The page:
NEW YORK — In a world inundated with information, the role of the real estate professional is to provide consumers with usable knowledge in the most convenient way possible, according to speakers at Real Estate Connect Wednesday.
Information overload has been around since the advent of the printing press, but it has never been more available, said Bev Thorne, chief marketing officer for Century 21 Real Estate.
"It’s constant. Think about our consumers — it’s both terrific and it’s a huge problem. There’s an accessibility overload, if you will," she said.
That means real estate professionals shouldn’t worry so much about providing more content or data on real estate websites, but rather offering it in the most convenient, user-friendly way possible, Thorne said.
"(Consumers’) lives are frantic. When they reach out they want to accomplish something. They want information that’s usable, packageable, that gets something done for them. They want less to do in their lives rather than more data," she said.
"So the site or the tool or the app or the professional that works with the consumer to enable them to do something conveniently … is the (resource) that that consumer is going to choose."
That means real estate professionals should make it easy for consumers to find them and connect with them on all platforms, whether through search engine optimization, search engine marketing, blogging or social media, Thorne said.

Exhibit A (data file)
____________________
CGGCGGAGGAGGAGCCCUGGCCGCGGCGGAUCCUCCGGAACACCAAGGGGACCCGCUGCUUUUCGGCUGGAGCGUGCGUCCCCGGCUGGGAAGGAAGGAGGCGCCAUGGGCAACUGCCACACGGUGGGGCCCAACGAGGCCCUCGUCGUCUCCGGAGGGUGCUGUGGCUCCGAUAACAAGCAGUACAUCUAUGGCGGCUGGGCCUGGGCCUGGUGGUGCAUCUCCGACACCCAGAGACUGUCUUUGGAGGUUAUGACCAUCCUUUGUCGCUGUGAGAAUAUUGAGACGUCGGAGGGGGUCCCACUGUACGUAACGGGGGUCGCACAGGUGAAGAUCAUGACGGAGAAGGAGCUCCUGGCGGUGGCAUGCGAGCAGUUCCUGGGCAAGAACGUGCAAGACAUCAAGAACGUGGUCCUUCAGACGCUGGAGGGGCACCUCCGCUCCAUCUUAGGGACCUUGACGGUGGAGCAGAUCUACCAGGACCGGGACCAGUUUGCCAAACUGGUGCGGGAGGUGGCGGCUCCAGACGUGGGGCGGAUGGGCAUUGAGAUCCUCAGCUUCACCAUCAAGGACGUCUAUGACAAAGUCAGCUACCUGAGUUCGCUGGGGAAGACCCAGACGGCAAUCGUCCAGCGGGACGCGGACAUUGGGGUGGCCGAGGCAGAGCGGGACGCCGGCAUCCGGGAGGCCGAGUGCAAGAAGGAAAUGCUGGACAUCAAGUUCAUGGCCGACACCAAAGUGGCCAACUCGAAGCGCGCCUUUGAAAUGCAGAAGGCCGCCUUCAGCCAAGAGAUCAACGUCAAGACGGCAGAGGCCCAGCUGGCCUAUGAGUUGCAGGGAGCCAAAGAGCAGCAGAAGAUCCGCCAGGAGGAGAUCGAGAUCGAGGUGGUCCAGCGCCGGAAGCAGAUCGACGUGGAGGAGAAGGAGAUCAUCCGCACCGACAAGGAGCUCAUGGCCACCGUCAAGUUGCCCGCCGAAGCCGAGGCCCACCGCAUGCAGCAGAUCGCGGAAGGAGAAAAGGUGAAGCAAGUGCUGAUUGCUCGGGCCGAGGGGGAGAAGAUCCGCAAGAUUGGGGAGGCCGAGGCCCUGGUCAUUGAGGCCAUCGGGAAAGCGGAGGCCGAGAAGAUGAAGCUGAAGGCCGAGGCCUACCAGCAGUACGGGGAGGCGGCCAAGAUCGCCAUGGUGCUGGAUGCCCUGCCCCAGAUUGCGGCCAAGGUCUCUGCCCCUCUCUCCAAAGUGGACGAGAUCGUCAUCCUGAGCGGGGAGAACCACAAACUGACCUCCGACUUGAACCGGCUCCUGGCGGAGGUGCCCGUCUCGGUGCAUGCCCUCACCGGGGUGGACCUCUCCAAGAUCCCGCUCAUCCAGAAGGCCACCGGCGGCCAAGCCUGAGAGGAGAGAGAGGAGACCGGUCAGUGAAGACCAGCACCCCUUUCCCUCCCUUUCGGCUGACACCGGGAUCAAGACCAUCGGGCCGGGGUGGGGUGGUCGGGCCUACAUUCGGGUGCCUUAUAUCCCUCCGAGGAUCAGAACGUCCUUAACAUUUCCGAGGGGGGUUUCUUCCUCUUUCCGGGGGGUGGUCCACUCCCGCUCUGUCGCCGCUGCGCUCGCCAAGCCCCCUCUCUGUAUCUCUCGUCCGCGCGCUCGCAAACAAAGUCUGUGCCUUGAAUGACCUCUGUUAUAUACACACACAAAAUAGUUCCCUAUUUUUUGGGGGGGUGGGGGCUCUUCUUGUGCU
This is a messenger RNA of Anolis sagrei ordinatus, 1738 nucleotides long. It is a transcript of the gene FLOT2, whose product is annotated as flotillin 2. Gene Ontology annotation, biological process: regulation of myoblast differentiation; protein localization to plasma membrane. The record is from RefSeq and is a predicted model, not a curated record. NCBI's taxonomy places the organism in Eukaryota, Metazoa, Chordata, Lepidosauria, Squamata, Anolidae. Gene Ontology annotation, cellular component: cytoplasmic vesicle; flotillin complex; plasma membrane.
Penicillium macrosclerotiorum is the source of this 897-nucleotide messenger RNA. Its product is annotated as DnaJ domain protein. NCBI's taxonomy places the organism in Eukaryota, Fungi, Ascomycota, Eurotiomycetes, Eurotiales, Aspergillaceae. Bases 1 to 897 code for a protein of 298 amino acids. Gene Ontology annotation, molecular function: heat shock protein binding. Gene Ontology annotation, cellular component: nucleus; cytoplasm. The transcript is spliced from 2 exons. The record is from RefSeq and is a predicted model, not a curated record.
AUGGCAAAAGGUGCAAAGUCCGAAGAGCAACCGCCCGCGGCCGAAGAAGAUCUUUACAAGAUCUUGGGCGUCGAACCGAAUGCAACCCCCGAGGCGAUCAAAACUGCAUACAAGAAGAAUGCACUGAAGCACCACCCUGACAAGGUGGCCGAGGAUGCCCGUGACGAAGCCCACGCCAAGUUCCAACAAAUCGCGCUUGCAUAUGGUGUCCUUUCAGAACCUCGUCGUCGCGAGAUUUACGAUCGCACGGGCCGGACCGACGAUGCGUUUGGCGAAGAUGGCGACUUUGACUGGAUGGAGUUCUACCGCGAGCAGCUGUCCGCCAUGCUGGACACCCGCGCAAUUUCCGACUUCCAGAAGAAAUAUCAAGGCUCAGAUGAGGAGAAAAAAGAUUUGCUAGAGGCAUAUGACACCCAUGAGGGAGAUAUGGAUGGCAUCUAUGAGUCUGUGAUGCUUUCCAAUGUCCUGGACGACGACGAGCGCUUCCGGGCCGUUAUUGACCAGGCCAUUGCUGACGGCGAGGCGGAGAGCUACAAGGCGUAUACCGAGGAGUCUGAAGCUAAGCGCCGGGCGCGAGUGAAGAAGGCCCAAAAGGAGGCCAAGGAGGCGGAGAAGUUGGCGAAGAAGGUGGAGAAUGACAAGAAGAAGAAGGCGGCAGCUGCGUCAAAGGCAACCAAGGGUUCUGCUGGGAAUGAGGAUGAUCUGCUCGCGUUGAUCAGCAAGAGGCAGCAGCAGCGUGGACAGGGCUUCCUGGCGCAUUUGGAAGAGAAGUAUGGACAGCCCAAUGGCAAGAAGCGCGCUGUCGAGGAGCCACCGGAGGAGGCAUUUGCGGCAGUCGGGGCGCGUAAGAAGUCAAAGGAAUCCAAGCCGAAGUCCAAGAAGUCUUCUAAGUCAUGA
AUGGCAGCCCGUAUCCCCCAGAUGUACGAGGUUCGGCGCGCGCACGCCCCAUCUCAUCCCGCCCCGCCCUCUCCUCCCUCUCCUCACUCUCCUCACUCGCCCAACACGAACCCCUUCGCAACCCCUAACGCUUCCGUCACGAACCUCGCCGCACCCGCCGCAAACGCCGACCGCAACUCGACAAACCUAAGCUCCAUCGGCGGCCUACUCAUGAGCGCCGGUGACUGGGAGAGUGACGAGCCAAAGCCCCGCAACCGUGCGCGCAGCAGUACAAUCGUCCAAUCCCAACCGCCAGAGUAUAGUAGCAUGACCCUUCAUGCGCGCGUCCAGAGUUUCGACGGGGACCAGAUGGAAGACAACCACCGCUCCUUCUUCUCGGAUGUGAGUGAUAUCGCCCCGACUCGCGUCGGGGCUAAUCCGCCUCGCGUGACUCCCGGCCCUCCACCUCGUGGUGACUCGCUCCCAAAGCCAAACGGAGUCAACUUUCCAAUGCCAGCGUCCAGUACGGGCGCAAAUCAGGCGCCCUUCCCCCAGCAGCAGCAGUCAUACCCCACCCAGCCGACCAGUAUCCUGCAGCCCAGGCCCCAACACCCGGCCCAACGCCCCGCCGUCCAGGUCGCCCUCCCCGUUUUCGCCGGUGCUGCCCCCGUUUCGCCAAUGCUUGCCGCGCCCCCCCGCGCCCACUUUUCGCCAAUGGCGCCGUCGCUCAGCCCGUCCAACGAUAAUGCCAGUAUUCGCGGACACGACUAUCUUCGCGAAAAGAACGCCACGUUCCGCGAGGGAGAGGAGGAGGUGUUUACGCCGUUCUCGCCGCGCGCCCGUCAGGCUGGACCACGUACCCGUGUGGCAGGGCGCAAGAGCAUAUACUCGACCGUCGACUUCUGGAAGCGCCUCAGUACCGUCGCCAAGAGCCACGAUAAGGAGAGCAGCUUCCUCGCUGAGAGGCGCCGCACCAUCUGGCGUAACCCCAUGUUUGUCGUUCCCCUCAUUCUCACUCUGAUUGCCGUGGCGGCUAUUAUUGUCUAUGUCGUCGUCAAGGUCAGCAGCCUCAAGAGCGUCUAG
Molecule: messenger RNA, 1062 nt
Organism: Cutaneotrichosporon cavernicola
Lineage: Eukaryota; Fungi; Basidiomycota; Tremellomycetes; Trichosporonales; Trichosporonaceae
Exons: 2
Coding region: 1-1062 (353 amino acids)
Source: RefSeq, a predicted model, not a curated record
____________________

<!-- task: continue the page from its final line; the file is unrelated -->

They should also make it easy for consumers to find the information they want — neighborhood data, for instance — on industry websites, she added.
"Whatever they want, you want to have it there and you want it to be convenient," Thorne said.
Real estate professionals are "uniquely positioned" to fill consumers’ hunger for useful information, said Mark Allen, CEO of the Minneapolis Area Association of Realtors and its subsidiary 10K Research and Marketing. 10K specializes in real estate data visualization.
"Data is readily available, but it’s overly complex. Most consumers don’t speak data, don’t read data, most don’t even like data. (They want) to have that data simplified and translated into actionable knowledge" that will help them make informed decisions, Allen added.
Successful industry professionals will deliver information that is immediate, preferably automated, and has an intuitive user interface, Allen said.
"People want to read with their hands, not with their eyes. They want to be able to touch, swipe, pinch. We’re firm believers that interactive is the future of data," he said.